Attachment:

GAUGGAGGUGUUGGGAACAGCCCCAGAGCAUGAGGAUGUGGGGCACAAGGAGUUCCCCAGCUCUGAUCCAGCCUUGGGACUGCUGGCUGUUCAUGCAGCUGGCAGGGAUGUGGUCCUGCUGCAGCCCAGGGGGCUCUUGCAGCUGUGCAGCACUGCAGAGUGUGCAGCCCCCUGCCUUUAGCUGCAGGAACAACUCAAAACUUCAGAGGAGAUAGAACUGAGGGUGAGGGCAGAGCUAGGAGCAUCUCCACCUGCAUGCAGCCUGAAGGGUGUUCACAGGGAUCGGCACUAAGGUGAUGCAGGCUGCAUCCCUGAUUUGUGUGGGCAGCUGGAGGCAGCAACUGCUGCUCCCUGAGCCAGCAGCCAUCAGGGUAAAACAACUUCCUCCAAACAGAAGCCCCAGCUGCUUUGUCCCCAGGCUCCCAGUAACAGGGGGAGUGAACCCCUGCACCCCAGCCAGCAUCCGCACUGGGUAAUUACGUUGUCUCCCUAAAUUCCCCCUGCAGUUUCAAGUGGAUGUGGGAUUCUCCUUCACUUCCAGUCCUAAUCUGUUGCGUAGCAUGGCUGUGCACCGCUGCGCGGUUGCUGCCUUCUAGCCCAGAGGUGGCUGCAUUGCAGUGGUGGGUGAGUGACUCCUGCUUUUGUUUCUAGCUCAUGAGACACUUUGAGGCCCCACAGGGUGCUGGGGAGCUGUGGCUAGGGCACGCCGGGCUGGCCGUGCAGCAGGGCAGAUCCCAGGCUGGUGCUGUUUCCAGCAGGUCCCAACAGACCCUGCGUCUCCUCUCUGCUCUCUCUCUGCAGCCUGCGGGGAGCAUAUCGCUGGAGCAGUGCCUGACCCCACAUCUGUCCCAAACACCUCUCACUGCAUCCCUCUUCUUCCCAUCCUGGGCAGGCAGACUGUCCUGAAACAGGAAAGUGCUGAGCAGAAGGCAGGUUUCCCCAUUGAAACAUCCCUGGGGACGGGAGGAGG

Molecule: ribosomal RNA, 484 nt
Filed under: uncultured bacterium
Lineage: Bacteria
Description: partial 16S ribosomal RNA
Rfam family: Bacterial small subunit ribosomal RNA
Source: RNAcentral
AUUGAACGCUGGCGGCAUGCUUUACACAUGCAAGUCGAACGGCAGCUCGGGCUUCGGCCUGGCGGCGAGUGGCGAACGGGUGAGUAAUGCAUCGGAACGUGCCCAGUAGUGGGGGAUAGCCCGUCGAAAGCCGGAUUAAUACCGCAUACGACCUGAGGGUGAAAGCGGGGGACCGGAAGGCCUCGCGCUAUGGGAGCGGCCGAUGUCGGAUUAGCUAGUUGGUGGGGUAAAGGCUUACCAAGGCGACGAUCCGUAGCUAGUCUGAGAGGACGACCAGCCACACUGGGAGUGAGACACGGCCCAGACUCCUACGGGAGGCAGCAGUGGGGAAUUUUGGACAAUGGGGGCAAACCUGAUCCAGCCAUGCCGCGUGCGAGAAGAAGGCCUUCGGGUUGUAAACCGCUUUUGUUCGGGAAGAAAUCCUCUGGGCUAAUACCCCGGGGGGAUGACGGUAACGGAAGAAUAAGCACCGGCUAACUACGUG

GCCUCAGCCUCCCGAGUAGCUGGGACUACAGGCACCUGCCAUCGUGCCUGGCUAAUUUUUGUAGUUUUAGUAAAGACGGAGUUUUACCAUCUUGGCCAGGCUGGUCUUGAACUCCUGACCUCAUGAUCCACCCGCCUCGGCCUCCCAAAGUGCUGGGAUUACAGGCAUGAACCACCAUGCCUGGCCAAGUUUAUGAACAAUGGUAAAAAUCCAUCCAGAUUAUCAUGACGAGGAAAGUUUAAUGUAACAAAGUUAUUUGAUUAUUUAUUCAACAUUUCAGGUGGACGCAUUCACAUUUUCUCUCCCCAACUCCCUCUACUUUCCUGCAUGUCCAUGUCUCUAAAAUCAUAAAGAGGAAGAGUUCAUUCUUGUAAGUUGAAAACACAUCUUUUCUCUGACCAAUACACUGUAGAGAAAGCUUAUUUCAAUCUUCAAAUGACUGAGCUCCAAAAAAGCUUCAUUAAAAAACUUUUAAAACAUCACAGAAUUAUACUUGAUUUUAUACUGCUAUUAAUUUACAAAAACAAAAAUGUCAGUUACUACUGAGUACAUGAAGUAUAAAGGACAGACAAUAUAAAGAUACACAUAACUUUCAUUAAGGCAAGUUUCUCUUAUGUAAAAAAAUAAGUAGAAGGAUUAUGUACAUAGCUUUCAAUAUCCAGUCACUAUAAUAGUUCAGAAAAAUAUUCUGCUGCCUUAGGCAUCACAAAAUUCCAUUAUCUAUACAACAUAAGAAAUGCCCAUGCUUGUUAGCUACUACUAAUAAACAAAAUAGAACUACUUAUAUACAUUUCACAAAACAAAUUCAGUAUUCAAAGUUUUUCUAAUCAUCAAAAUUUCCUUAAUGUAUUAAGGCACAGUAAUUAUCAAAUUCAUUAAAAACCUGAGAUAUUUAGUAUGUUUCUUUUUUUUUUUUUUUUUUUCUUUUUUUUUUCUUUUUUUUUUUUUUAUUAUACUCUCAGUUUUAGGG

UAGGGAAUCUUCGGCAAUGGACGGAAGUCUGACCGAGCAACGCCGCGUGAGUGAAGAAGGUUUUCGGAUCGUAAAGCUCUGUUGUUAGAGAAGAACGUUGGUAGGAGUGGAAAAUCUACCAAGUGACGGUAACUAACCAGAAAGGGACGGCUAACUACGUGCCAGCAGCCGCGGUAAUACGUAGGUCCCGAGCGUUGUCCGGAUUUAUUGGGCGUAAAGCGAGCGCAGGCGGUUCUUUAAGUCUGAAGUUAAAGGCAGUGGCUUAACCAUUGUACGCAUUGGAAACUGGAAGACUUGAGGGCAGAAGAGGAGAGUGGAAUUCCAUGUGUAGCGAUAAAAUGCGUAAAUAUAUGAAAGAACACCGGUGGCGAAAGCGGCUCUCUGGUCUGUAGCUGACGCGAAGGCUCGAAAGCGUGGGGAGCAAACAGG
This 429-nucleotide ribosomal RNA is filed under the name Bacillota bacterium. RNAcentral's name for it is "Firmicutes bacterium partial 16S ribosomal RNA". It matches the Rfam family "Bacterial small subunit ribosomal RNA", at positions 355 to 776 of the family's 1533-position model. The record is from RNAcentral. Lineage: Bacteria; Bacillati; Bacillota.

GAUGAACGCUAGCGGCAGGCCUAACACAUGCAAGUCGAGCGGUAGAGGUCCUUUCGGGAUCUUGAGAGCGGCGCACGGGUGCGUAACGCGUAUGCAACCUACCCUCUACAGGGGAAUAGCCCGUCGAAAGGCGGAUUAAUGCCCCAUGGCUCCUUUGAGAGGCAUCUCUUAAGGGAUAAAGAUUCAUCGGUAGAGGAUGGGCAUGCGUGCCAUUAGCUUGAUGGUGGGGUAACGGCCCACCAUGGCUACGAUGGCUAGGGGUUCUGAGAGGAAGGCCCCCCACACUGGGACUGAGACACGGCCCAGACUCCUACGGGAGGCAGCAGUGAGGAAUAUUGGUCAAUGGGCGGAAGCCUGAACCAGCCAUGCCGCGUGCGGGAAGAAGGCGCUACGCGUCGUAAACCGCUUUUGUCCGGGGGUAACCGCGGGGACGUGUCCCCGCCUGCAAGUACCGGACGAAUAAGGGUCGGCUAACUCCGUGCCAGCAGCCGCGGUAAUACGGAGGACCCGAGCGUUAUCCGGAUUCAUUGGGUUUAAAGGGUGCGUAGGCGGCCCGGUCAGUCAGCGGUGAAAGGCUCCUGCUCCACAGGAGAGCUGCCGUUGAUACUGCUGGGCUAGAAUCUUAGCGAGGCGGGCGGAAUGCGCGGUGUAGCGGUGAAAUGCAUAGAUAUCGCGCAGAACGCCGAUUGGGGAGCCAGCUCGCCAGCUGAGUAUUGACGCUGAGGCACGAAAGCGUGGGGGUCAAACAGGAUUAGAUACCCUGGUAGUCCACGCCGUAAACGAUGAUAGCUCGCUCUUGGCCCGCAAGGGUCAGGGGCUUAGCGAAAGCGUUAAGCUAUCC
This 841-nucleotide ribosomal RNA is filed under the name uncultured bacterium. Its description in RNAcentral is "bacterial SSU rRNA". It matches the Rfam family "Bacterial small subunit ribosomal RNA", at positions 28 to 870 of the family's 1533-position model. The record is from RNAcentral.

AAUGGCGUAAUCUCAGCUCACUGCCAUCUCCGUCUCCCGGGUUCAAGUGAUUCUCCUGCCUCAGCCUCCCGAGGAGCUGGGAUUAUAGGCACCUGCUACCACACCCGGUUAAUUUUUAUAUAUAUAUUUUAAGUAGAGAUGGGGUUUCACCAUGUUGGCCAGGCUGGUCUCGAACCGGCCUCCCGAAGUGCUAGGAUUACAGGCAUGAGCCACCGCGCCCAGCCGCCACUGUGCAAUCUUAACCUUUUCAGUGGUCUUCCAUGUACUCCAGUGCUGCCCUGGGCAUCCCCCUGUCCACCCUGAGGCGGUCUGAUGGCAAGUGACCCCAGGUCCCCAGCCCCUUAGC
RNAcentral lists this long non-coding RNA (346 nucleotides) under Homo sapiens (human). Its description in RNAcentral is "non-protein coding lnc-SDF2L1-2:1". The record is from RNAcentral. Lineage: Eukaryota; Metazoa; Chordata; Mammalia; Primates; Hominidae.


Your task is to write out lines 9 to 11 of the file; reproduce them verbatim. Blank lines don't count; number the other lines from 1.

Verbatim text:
GCCUCAGCCUCCCGAGUAGCUGGGACUACAGGCACCUGCCAUCGUGCCUGGCUAAUUUUUGUAGUUUUAGUAAAGACGGAGUUUUACCAUCUUGGCCAGGCUGGUCUUGAACUCCUGACCUCAUGAUCCACCCGCCUCGGCCUCCCAAAGUGCUGGGAUUACAGGCAUGAACCACCAUGCCUGGCCAAGUUUAUGAACAAUGGUAAAAAUCCAUCCAGAUUAUCAUGACGAGGAAAGUUUAAUGUAACAAAGUUAUUUGAUUAUUUAUUCAACAUUUCAGGUGGACGCAUUCACAUUUUCUCUCCCCAACUCCCUCUACUUUCCUGCAUGUCCAUGUCUCUAAAAUCAUAAAGAGGAAGAGUUCAUUCUUGUAAGUUGAAAACACAUCUUUUCUCUGACCAAUACACUGUAGAGAAAGCUUAUUUCAAUCUUCAAAUGACUGAGCUCCAAAAAAGCUUCAUUAAAAAACUUUUAAAACAUCACAGAAUUAUACUUGAUUUUAUACUGCUAUUAAUUUACAAAAACAAAAAUGUCAGUUACUACUGAGUACAUGAAGUAUAAAGGACAGACAAUAUAAAGAUACACAUAACUUUCAUUAAGGCAAGUUUCUCUUAUGUAAAAAAAUAAGUAGAAGGAUUAUGUACAUAGCUUUCAAUAUCCAGUCACUAUAAUAGUUCAGAAAAAUAUUCUGCUGCCUUAGGCAUCACAAAAUUCCAUUAUCUAUACAACAUAAGAAAUGCCCAUGCUUGUUAGCUACUACUAAUAAACAAAAUAGAACUACUUAUAUACAUUUCACAAAACAAAUUCAGUAUUCAAAGUUUUUCUAAUCAUCAAAAUUUCCUUAAUGUAUUAAGGCACAGUAAUUAUCAAAUUCAUUAAAAACCUGAGAUAUUUAGUAUGUUUCUUUUUUUUUUUUUUUUUUUCUUUUUUUUUUCUUUUUUUUUUUUUUAUUAUACUCUCAGUUUUAGGG

UAGGGAAUCUUCGGCAAUGGACGGAAGUCUGACCGAGCAACGCCGCGUGAGUGAAGAAGGUUUUCGGAUCGUAAAGCUCUGUUGUUAGAGAAGAACGUUGGUAGGAGUGGAAAAUCUACCAAGUGACGGUAACUAACCAGAAAGGGACGGCUAACUACGUGCCAGCAGCCGCGGUAAUACGUAGGUCCCGAGCGUUGUCCGGAUUUAUUGGGCGUAAAGCGAGCGCAGGCGGUUCUUUAAGUCUGAAGUUAAAGGCAGUGGCUUAACCAUUGUACGCAUUGGAAACUGGAAGACUUGAGGGCAGAAGAGGAGAGUGGAAUUCCAUGUGUAGCGAUAAAAUGCGUAAAUAUAUGAAAGAACACCGGUGGCGAAAGCGGCUCUCUGGUCUGUAGCUGACGCGAAGGCUCGAAAGCGUGGGGAGCAAACAGG
This 429-nucleotide ribosomal RNA is filed under the name Bacillota bacterium. RNAcentral's name for it is "Firmicutes bacterium partial 16S ribosomal RNA". It matches the Rfam family "Bacterial small subunit ribosomal RNA", at positions 355 to 776 of the family's 1533-position model. The record is from RNAcentral. Lineage: Bacteria; Bacillati; Bacillota.